Intro: Removing a Stuck Mouthpiece From a Tuba (or Other Brass Instrument)
It happens to all brass players eventually, a stuck mouthpiece. No matter how hard you seem pull it stays lodged firmly in your instrument. The hardest part is getting it out WITHOUT damaging the rest of your instrument because tubas, trombones, trumpets, and whatever else you may play cost a lot of money and are quite delicate. IF YOU THINK YOU WILL ACCIDENTALLY DAMAGE YOUR INSTRUMENT, TAKE IT TO A REPAIR SHOP, and let someone who knows what their doing take care of it. Apparently there is an actual tool for pulling mouthpieces, but my band director didn't have one the right size for a tuba mouthpiece.
The scientific theory behind this strategy is simple: heat the lead pipe causing the metal to expand, while cooling the mouthpiece causing the metal to contract and come loose.
Step 1: What You Need...
- Tuba, trumpet, trombone, etc. with a stuck mouthpiece
- ice (preferably in something like a ziplock bag)
- cloth to cover the ice from the heat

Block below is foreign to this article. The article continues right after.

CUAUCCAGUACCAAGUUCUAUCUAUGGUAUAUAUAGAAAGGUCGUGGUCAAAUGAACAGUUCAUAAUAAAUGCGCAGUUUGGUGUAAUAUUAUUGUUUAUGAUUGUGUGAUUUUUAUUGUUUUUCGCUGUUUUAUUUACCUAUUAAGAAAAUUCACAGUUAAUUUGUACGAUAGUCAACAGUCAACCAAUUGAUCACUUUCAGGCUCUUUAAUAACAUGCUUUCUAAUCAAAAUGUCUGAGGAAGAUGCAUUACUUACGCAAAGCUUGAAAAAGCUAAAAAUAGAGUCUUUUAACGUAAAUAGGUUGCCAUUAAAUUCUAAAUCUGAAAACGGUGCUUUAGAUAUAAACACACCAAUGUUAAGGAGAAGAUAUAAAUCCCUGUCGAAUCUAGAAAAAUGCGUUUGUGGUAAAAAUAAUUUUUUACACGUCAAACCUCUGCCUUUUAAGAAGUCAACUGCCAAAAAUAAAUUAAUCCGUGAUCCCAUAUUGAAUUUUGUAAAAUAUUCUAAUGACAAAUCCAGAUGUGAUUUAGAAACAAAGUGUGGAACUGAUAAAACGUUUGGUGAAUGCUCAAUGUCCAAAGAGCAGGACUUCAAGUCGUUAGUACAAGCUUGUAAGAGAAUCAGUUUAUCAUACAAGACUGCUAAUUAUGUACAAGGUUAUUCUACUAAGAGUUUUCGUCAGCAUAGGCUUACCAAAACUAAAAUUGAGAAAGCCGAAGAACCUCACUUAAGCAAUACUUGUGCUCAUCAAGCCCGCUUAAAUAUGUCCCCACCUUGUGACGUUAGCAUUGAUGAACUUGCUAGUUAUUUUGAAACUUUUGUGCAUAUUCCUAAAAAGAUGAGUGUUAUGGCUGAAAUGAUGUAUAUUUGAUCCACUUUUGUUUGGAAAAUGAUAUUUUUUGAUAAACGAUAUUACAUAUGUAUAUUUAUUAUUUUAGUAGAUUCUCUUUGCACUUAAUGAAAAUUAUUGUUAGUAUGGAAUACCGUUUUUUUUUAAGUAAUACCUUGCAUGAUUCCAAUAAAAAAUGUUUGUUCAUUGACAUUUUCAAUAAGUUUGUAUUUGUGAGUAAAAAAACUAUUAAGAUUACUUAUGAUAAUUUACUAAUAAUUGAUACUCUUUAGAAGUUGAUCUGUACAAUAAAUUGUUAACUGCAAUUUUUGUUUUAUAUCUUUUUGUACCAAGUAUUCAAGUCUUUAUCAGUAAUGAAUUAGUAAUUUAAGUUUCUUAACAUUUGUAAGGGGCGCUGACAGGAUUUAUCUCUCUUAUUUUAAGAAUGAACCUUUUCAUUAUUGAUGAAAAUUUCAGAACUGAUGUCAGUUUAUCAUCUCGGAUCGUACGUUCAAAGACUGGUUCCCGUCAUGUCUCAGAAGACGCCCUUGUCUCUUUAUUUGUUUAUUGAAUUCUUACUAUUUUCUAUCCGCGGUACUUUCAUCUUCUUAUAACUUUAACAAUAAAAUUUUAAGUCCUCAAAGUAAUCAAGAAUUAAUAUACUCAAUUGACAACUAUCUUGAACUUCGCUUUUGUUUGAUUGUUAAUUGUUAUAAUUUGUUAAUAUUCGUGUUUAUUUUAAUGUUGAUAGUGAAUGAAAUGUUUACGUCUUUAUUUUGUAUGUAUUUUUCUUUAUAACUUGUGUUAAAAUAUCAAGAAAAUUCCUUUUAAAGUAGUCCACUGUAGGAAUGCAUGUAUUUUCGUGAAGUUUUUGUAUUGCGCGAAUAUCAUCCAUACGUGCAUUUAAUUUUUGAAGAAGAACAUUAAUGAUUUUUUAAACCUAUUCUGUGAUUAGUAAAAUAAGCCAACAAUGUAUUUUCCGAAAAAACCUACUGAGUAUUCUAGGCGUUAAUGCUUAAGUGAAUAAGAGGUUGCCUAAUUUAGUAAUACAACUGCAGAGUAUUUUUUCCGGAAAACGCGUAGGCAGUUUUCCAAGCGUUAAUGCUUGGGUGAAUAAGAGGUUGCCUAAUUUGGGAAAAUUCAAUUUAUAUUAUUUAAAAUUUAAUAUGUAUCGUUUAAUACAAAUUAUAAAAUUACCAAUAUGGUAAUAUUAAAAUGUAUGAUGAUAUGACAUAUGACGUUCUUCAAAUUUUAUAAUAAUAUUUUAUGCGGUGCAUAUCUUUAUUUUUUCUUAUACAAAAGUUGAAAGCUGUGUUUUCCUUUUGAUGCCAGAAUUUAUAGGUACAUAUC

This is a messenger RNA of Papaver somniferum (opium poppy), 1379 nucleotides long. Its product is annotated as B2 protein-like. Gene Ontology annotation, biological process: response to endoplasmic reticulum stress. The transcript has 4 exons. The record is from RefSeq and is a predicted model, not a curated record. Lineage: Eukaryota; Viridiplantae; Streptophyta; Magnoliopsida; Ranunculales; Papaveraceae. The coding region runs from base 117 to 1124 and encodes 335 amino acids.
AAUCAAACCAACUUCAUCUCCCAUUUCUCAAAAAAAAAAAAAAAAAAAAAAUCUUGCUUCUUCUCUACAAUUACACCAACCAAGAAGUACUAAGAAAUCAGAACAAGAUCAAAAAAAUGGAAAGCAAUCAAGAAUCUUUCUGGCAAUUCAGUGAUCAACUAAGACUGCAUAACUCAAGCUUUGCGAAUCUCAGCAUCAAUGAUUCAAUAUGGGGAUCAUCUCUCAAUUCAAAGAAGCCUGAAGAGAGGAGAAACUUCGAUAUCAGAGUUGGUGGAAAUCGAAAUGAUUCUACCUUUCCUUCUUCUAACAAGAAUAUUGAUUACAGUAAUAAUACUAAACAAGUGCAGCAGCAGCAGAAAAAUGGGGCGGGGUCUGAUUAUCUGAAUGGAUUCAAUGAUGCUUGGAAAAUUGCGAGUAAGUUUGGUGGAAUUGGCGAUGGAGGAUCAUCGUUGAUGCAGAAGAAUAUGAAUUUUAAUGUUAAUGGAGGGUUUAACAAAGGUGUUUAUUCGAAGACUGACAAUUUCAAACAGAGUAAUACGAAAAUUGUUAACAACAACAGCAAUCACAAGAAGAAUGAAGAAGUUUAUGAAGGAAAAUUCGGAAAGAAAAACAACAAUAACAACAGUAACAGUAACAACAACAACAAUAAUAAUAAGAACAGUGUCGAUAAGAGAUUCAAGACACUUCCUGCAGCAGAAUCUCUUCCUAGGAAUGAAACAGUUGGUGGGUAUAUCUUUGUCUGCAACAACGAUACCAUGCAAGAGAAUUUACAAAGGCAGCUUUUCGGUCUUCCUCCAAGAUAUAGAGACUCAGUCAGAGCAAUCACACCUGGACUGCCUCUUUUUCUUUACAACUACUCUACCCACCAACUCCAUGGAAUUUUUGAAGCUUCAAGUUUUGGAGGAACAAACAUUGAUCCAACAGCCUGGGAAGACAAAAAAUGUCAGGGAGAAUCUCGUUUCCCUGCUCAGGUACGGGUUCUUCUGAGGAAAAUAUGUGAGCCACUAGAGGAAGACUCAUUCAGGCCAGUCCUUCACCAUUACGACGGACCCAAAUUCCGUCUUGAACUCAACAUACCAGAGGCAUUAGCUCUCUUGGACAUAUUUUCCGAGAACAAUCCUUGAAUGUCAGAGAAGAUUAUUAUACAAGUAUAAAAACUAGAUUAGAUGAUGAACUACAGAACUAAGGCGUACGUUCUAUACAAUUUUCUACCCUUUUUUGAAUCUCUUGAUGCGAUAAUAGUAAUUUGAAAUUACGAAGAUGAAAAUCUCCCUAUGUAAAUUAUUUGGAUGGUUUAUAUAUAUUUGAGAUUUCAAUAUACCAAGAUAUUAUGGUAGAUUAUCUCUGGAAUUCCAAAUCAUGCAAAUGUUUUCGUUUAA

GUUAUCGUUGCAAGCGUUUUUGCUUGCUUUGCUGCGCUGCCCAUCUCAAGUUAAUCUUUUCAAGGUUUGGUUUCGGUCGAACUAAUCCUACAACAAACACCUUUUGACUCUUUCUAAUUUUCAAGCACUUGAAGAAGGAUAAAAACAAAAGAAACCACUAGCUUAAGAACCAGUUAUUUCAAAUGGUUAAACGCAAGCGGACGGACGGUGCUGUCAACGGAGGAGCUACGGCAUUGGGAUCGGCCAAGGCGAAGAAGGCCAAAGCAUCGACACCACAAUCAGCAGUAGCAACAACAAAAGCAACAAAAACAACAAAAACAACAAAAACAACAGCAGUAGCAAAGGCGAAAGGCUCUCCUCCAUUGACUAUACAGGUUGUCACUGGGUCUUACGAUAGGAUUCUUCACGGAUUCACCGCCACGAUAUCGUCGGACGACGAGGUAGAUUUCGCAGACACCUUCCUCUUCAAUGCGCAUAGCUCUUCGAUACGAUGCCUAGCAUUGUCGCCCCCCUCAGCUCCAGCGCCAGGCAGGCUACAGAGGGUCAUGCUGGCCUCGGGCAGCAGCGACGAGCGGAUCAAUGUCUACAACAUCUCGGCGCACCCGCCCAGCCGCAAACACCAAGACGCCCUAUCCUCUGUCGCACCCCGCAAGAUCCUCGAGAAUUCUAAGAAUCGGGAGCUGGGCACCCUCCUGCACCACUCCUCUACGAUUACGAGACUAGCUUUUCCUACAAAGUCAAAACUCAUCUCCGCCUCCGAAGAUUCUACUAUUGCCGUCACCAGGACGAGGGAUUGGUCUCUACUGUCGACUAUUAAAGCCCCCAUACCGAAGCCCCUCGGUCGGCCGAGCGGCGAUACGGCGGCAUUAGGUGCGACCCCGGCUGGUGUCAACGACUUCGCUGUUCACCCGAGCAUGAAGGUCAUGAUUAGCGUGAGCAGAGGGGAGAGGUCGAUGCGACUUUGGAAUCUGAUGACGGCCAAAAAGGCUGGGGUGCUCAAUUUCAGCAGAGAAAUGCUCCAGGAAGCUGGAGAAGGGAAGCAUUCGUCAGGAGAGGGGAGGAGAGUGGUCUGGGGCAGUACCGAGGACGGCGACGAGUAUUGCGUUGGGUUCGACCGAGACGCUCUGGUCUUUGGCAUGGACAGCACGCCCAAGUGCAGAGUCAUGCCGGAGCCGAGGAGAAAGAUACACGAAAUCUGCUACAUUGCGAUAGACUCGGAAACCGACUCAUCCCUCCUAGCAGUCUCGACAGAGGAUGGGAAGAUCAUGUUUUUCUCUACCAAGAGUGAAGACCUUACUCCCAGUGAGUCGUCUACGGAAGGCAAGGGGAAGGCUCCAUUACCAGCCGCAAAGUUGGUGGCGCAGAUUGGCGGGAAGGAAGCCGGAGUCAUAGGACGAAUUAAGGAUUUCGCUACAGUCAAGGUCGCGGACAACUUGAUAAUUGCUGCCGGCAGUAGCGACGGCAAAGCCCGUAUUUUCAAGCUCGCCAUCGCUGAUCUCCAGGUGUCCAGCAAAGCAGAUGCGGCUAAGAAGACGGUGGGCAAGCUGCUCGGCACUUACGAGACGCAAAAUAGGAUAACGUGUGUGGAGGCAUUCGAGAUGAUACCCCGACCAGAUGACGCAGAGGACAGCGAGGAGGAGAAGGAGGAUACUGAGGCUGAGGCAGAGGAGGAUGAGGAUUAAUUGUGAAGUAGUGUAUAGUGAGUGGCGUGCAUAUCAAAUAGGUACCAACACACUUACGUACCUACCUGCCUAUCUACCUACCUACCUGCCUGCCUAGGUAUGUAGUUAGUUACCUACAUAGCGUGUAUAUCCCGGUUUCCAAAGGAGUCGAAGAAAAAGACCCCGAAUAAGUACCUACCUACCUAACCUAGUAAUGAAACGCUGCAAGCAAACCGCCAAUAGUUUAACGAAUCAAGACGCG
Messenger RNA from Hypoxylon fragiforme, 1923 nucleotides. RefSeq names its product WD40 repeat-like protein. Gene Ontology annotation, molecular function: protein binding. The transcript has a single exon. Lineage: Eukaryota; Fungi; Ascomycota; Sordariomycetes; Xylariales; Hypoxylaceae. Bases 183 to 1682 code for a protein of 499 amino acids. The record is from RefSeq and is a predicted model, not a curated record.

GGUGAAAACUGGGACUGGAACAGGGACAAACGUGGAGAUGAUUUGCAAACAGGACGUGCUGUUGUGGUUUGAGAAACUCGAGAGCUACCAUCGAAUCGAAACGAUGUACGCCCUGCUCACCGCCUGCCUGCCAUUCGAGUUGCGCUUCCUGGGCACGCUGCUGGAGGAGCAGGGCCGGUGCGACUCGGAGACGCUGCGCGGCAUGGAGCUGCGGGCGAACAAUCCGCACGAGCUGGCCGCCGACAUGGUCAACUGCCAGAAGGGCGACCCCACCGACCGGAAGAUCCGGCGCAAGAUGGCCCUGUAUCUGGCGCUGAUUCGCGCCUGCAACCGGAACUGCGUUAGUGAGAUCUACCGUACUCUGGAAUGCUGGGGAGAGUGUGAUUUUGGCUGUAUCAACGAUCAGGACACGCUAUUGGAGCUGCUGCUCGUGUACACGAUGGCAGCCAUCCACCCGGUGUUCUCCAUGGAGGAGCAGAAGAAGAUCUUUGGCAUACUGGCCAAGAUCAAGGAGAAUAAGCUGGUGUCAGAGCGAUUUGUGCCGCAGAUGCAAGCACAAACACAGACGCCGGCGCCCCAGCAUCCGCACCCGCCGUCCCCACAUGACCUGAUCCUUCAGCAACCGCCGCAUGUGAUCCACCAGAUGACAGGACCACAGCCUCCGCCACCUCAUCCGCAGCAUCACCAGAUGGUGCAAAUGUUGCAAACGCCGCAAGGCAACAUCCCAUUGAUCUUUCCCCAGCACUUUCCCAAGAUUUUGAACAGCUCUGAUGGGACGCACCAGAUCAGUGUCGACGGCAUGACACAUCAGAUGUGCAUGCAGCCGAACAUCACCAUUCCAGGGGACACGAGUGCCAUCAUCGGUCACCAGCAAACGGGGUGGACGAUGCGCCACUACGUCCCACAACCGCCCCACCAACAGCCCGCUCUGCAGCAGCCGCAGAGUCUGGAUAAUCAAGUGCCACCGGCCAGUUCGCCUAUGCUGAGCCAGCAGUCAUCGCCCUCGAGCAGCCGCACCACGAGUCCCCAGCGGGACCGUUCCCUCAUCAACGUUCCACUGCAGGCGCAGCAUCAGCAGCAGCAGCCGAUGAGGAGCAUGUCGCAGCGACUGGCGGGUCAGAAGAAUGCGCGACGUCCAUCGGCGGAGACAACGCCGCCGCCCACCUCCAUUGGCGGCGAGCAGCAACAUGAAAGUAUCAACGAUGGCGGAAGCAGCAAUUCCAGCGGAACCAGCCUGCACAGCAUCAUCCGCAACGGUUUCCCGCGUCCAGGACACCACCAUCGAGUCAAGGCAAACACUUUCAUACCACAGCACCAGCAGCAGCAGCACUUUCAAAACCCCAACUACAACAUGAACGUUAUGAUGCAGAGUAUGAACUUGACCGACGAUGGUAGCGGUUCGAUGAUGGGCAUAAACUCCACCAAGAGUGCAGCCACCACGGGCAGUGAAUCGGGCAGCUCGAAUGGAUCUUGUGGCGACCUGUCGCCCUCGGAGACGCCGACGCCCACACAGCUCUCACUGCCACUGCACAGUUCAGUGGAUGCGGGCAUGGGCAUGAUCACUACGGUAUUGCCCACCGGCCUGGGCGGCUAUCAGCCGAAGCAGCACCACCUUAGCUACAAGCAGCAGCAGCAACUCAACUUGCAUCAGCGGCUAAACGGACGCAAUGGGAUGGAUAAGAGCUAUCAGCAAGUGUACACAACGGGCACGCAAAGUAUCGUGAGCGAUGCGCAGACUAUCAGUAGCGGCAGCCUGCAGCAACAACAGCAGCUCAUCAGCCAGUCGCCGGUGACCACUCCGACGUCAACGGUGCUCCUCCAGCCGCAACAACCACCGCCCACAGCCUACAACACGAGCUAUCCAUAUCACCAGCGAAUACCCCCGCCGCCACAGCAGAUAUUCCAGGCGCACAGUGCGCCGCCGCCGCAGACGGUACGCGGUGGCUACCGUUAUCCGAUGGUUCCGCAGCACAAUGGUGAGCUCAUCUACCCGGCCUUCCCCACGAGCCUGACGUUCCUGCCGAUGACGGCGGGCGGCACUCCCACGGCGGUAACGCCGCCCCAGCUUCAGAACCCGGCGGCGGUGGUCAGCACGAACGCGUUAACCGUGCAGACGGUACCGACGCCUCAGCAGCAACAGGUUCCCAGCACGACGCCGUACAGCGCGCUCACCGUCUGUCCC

- a heat source (I would suggest a hairdryer, but NOT an open flame)
Step 2: Ice the Mouthpiece
Start by putting the ice into a plastic bag. Surround the mouthpiece in ice, leaving the lead pipe of the tuba exposed. Cover with a cloth to prevent the ice melting too fast when heat is added. Let stand for a minute or two to allow the mouthpiece to get thoroughly cold. At this point you can check and see if cold was enough to loosen it, if not proceed to the next step.
Step 3: Add Heat
Make sure the ice is covered so it won't melt too fast.
If you are using a hairdryer, turn it to medium/high heat. Center it over the lead pipe, warming between the base of the mouthpiece and a few inches down the lead pipe. Don't heat the base of the mouthpiece itself because this defeats the point of having cold and hot. Continue for about a minute.
Step 4: Pulling
Turn off the hairdryer and remove the ice. Carefully holding the instrument steady, firmly grasp the mouthpiece. twist and pull straight out. Be careful not to pull/twist so hard as to bend the lead pipe. If your lucky, it with come out easily, if not repeat the previous step. If it still doesn't work, you probably need to take it to a repair shop.